Indian organizations have acquired a reputation for organizational and social innovation and strategies centered round new concepts of frugal innovation. It has been suggested that some of these developments reflect specific socio-economic and framework conditions peculiar to the Indian context. At the same time many Indian firms have yet to institute systems and procedures required for supporting technological, product and service innovations. The existence of formal R&D departments/divisions, offers a ritualistic fig leaf for innovation practice. The absence of organizational support and a holistic innovation strategy coupled with an integrative perspective obscures or limits the development of a proactive innovation strategy. The paradox of Indian innovation suggests that the necessity of developing and managing the abundant supply of human resources in the country is central to its conceptualization and realization. These innovations get manifested mainly in two different patterns, one of which relates to the management of human resources within organizations, and the other to the creation of social enterprises for the development of human resources outside; the latter may also take the form of CSR initiatives by corporate organizations.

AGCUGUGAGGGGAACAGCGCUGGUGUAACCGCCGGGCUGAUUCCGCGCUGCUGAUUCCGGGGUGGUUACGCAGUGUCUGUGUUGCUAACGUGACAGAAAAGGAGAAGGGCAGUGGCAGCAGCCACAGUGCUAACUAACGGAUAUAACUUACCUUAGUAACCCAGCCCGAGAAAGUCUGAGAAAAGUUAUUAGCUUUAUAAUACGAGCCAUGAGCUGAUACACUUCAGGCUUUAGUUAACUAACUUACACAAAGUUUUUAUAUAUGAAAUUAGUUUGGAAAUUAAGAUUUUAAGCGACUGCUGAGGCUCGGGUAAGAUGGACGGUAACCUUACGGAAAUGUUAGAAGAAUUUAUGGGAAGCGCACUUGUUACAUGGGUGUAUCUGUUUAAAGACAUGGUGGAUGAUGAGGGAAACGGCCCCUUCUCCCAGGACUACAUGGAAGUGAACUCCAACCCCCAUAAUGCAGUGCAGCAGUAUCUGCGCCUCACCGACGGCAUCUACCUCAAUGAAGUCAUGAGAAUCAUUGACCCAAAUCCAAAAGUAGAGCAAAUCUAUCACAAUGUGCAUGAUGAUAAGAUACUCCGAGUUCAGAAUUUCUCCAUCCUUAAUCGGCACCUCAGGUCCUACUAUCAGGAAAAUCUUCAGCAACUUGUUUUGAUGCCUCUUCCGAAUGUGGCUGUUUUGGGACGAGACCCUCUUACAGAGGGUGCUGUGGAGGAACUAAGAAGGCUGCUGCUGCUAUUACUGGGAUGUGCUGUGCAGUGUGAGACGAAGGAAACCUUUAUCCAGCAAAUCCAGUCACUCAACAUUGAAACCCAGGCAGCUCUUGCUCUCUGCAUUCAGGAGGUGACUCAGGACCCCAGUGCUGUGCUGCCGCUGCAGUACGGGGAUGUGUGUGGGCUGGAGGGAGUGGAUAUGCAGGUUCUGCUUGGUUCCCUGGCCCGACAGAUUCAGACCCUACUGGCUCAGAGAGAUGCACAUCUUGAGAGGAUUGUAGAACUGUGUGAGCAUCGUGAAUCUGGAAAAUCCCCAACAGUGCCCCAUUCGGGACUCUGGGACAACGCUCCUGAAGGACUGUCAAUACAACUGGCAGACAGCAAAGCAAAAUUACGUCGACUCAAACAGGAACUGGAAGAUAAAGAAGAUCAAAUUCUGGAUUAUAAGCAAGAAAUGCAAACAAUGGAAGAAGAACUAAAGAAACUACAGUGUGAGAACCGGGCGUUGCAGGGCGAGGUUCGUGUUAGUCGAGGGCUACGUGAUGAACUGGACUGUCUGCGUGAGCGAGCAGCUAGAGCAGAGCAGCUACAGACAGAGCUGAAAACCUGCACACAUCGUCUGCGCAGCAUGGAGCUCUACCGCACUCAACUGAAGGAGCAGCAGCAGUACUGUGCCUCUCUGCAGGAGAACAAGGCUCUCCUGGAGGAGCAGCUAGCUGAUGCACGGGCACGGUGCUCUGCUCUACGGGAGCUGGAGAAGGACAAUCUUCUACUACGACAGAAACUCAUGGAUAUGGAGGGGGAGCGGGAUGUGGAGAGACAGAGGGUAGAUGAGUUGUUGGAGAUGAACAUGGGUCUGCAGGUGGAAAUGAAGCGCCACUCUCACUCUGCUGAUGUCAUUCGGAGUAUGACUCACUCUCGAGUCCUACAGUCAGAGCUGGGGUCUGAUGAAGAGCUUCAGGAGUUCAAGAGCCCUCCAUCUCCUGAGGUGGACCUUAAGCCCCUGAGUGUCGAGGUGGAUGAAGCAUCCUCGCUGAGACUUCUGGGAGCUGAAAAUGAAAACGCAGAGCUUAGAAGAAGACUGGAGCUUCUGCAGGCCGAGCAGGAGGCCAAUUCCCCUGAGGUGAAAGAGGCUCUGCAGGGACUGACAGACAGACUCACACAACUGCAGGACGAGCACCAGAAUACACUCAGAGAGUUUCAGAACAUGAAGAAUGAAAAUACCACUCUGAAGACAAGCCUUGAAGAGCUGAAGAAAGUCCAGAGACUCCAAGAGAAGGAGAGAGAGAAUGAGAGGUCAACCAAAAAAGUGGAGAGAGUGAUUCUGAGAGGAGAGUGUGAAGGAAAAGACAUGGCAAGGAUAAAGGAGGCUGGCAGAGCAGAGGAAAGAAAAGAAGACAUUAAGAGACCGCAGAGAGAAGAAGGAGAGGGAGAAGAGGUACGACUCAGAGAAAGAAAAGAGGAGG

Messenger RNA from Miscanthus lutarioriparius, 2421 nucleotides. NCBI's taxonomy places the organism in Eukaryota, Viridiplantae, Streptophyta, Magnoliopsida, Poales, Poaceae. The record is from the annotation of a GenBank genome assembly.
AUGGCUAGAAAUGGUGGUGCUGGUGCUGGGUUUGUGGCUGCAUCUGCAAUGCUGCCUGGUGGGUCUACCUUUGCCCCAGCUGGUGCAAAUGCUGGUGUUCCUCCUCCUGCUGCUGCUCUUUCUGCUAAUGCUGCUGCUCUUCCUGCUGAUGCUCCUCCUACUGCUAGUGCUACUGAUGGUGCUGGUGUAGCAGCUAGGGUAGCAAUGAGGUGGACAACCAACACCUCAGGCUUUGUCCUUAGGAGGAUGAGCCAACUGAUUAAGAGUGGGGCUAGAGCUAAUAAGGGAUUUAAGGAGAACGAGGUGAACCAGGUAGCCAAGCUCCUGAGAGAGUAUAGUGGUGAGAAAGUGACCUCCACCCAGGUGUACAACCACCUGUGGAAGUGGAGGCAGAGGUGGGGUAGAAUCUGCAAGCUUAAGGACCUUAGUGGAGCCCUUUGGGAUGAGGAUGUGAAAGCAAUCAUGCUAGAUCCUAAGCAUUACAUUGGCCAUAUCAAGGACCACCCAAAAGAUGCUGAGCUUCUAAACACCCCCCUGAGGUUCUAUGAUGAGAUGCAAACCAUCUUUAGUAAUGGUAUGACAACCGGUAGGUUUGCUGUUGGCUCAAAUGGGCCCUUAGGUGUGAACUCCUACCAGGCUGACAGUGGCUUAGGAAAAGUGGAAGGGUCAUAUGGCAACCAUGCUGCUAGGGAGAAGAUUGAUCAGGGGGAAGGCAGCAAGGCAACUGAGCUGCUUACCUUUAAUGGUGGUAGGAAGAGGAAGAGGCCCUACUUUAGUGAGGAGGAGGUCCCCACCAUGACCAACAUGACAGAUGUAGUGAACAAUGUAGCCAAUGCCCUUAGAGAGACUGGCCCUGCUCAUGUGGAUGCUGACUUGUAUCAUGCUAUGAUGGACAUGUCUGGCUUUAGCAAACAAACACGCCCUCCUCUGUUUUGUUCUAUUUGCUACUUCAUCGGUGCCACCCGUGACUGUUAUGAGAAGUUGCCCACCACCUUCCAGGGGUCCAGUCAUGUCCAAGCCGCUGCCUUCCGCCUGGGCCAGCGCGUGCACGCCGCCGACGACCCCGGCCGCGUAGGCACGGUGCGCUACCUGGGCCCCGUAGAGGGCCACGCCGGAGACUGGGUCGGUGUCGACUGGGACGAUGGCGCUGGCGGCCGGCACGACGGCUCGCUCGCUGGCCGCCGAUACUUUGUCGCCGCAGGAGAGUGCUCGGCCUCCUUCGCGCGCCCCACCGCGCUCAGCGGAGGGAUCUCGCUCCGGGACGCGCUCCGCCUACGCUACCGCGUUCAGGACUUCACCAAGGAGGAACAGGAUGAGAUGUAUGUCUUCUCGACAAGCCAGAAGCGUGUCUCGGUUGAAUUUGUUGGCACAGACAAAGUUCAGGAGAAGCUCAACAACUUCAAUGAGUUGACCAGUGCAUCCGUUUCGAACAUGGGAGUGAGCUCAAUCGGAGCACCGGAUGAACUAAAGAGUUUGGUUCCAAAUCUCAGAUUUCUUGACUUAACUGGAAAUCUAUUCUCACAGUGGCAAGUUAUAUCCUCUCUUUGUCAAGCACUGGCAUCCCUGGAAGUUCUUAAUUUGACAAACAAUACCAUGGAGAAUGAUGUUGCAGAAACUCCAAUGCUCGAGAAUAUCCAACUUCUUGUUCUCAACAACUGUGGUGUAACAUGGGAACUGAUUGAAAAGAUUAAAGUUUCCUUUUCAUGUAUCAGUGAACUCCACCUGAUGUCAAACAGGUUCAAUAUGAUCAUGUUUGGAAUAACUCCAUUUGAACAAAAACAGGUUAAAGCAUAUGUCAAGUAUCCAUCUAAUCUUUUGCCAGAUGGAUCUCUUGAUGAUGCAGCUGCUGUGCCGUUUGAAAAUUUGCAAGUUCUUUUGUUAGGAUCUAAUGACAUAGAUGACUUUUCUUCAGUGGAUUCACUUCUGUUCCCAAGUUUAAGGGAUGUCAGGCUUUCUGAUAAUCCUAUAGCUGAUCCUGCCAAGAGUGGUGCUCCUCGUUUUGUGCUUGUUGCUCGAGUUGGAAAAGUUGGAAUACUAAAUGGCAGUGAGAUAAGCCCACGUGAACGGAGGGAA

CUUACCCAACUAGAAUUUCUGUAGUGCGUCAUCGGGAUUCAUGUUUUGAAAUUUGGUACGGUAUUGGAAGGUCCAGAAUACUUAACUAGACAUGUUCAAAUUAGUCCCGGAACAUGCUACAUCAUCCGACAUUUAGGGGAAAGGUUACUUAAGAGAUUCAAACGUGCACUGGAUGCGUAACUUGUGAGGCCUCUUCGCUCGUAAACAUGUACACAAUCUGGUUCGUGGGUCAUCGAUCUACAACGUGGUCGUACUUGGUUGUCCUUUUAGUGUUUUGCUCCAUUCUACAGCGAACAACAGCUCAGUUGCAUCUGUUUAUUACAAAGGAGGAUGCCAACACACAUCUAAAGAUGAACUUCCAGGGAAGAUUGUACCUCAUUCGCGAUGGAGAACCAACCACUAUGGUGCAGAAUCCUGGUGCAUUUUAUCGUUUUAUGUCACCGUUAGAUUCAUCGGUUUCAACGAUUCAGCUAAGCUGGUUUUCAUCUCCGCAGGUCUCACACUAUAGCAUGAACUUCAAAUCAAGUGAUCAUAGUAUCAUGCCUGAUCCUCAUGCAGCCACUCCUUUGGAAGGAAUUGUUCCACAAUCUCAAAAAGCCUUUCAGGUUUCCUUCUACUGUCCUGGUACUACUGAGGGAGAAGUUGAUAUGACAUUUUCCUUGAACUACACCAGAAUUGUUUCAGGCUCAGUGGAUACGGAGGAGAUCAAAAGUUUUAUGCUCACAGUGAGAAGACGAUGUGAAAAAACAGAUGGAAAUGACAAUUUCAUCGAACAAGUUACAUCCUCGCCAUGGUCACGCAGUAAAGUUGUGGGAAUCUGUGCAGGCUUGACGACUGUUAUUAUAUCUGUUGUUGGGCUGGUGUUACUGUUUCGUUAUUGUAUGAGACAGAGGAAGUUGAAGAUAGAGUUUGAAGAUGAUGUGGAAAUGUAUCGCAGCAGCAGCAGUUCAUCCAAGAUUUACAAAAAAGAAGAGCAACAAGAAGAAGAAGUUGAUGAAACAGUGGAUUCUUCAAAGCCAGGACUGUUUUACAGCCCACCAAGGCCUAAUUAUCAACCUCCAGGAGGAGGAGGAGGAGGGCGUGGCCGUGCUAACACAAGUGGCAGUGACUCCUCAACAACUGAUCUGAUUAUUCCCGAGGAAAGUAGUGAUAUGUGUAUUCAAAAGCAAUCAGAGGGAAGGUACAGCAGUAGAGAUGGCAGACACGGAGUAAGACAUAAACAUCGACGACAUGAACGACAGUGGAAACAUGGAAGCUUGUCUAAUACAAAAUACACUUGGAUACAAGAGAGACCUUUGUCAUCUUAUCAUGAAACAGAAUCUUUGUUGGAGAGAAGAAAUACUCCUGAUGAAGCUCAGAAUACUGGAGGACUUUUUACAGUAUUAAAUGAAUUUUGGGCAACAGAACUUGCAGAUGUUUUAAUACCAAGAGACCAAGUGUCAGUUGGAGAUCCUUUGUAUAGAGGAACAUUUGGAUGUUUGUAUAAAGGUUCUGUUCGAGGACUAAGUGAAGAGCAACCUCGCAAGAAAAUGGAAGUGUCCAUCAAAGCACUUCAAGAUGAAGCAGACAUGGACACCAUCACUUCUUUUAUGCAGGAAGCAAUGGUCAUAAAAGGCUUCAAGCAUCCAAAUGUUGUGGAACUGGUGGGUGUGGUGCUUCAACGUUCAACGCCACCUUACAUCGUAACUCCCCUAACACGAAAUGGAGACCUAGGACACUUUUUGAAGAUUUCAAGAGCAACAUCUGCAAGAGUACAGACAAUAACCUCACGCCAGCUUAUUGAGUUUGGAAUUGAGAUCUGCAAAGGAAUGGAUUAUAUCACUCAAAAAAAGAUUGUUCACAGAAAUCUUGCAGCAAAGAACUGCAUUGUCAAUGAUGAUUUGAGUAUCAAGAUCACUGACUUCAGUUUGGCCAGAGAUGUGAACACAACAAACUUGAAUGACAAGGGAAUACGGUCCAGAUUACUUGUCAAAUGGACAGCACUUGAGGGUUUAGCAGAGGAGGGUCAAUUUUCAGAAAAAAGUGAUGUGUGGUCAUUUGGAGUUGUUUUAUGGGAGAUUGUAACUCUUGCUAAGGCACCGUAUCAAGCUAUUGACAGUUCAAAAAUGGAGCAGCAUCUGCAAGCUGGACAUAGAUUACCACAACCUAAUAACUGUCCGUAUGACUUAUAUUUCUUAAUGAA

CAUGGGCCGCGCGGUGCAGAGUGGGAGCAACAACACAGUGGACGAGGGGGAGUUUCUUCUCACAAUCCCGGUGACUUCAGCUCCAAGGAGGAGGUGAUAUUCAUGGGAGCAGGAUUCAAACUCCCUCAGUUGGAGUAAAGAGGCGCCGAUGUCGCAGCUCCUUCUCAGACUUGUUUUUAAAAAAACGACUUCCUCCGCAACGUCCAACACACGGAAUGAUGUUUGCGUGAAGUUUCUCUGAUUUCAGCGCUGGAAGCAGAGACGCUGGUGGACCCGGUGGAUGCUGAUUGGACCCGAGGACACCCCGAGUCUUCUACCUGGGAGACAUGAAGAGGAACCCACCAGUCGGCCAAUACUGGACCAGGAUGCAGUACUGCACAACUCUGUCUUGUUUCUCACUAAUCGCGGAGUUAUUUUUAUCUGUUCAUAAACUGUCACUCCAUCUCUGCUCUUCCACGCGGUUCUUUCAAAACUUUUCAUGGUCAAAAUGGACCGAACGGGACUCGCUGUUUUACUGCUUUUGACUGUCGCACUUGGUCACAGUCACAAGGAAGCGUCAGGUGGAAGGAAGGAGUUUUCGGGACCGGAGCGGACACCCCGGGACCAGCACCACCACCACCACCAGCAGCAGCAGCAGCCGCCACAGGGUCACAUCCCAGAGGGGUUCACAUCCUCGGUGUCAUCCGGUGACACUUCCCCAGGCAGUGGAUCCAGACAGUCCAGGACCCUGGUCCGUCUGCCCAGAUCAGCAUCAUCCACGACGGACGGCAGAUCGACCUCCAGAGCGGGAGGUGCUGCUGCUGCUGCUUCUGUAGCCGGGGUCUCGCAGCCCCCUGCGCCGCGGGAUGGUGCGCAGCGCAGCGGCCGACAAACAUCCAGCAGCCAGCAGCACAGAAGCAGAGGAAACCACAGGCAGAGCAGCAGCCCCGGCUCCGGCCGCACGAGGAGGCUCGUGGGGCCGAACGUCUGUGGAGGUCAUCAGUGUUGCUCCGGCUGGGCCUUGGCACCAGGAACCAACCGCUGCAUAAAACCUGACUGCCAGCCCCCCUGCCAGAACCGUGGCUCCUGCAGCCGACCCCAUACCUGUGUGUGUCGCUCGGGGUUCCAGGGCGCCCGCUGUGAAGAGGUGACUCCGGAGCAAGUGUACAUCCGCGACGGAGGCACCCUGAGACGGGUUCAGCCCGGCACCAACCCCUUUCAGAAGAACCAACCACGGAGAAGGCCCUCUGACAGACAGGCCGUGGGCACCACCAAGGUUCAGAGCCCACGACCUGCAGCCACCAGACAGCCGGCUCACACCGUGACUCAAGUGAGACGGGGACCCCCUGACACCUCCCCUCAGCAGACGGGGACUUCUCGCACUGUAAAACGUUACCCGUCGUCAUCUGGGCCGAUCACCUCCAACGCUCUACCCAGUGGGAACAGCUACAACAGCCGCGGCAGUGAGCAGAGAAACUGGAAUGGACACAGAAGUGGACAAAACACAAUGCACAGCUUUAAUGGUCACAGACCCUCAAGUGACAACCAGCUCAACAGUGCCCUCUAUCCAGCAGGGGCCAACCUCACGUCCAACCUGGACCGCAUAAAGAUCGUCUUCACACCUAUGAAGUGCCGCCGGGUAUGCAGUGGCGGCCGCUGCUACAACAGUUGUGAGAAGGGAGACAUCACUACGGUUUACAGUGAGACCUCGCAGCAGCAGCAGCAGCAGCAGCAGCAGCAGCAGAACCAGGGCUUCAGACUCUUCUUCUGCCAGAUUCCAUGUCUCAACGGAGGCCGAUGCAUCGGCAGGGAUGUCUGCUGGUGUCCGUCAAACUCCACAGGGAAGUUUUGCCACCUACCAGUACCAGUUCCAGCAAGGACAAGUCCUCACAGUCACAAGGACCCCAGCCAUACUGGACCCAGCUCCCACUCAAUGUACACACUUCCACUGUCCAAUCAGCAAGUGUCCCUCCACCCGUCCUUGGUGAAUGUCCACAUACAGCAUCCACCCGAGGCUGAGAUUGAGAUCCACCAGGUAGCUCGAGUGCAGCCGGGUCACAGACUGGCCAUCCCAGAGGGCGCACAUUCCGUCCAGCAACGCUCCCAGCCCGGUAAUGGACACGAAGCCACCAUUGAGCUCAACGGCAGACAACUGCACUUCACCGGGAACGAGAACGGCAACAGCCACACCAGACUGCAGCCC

One of the implications of the ‘abundant supply of human resources in the country’ is that Indian organizations have to adopt people-focused business strategies rather than the command structures cantered round the use, performance and incentivisation of human resources. This issue probably makes India different from Western countries and there is a big opportunity both for comparative research and best practice exchange. A second interesting implication of the above is that over the years there has been a phenomenal growth in the number of social enterprises in India, which are different from commercial enterprises in having ‘social development’ (rather than ‘profit-making’) as their main objective. For this...
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